Today the Fiona \ it i.>m
gseetJ with Sardls church, which is
only a few miles away. The comln
together of so many cultured Chris
tlun workers should he a great im?
petus and inspiration to be more
zeal ?um and thorough, but there stil!
rem kin those who ItVl in walki: ?-;
distance (even If they did not own
fat horses and multl) ol our leading
chu'ches. who do not attend Sunday
school, who perhaps, attend prtOOh
Ing once or twice in six month!, Who
neither know or care for the plan of
Several from this section saw and
hea'd President Taft in Florence
Moi day. Also several went to Char
I leiton Qala wetk and to Columbia to
> the fait.
Mrs. Neavet of North Greenville, la
pending iome time with her daugh
< tor, Mrs. Ii. K. Truluck.
I Mr. A. J. Qoodman ami nieces, Miss
Leila and Miss Mary Beck Burgess,
?pent hist Thursday in Timmonsville.
Mr. J. Ci Truluck ami son, John
Mac was in Florence Monday.
Mr. Cal. Tomlin3on and Miss Car?
rie Lovett were married last Thurs?
day at 12 p. m. at the home of and
by Rev, B. K. Truluck.
Miss Ferris and Mis- iTivie Brock
Inton are teaching the Bethel school.
Miss Annie Chandler la teachlngthe
Hay Road school.
Mr. J. K. Stewart died after a long
illness, last Sunday, and was buried
at Bethel Tuesday. The funeral ser?
vices being pi rformed by ths pastor,
Rev. B. K. Truluck.
Bad colds are pervalent.
Tin residence oi. Mrs. M. P. Howell
In Walterboro was partially destroy?
ed by fire.
Tin work Of paving Main street in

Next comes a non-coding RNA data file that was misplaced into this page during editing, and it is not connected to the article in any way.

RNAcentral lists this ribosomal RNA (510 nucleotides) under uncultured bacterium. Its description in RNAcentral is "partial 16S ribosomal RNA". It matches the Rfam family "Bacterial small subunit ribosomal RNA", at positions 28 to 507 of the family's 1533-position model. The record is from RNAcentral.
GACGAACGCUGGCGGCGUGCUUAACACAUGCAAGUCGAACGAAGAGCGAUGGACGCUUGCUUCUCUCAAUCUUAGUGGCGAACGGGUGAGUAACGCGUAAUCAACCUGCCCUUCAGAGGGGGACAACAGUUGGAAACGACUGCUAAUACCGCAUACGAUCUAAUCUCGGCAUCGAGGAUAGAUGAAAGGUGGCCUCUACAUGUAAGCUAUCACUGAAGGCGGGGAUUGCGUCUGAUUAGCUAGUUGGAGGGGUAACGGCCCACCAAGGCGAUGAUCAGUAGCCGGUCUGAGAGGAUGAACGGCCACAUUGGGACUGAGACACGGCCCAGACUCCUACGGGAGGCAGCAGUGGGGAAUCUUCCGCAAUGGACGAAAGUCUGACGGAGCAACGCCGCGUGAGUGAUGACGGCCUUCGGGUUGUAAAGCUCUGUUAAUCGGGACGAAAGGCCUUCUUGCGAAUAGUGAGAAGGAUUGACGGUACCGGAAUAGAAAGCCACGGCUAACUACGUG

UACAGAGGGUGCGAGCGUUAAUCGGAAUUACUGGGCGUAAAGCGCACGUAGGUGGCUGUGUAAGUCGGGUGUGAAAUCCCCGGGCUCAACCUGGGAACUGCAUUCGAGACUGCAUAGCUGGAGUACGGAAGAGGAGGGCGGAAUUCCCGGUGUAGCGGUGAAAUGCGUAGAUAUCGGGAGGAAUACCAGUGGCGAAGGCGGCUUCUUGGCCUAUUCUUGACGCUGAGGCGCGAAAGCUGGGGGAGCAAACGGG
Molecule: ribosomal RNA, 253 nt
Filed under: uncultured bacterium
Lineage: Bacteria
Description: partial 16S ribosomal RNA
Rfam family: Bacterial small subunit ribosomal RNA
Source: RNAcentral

Qreenville is under way. it is said
the cost will he about 146,000. Of
this amount, the Ghreenvllle Traction
Company w il pay one-fourth, it is ex
pected, and the property owners
along the street will pay a fourth, the
City paying the remaining half. The
proportion that the owners of prop?
erty will pay is $2.60 per front foot.
The places at the intersection of
streets will be paid lor by the city.
The money for this work wil be rais?
ed by a bond issue.
Fire broke out in Gregory Broth?
els' store in Rock Hill Sunday morn?
ing about 4 o'clock and completely
gutted the establishment before being
subdued. The New York Ten-Cent
Store next door is damaged by smoke
and water, as is Davis' store on the
Rev. T. W. Sloan, D. D., pastor of
the First Presbyterian church of
Greenville, in a sermon scored the po?
lice of that city and charged the of
?ceri with neglect of duty.
THESE are great times we're living in; the mystery of aerial
navigation seems to be just on the edge of being solved; a
few years more and well be traveling through the air with as
much unconcern and security as we now travel on a railroad train.
Progress seems to be the dominant idea of the times; new discoveries, new triumphs of science;
new wonders all along the line. But when you come to clothes?and we ail have to come to clothes
every day, and probably will for a good many years?when you come to clothes you'd better come here
and get into a
Hart Schaffner & Marx
fine suit and overcoat. No matter what discoveries may be made in science, no matter how many men
get to the North Pole or the South Pole, you'll never find better clothes than these.
We sell them; they're all wool; they are perfectly tailored; they're the very latest discovery in
correct style qn? they fit.
Hart Schaffner & Marx
From $20 to $32.50.
Overcoats and Suits of other good makes,
$6.50 to $30.
John B. Stetson Hats,
$3.50 to $5.
Hawes Von Gal Hats,
Royal Limited Hats,
$3 to $4.
Eclipse Negligee and
$1 and $1.50.
Cluett, Peabody & Co.'s Negligee and
Dress Shirts. $1 and $1.50.
Duofold Underwear, $1, $1.25 and $2.50
Jas R. Reiser Neckwear 50c, $1, $1.50
The D. J. Chandler Clothing Co.
Phone 166, Sumter, S. C
This store is the home of Hart Schaffner & Marx Clothes.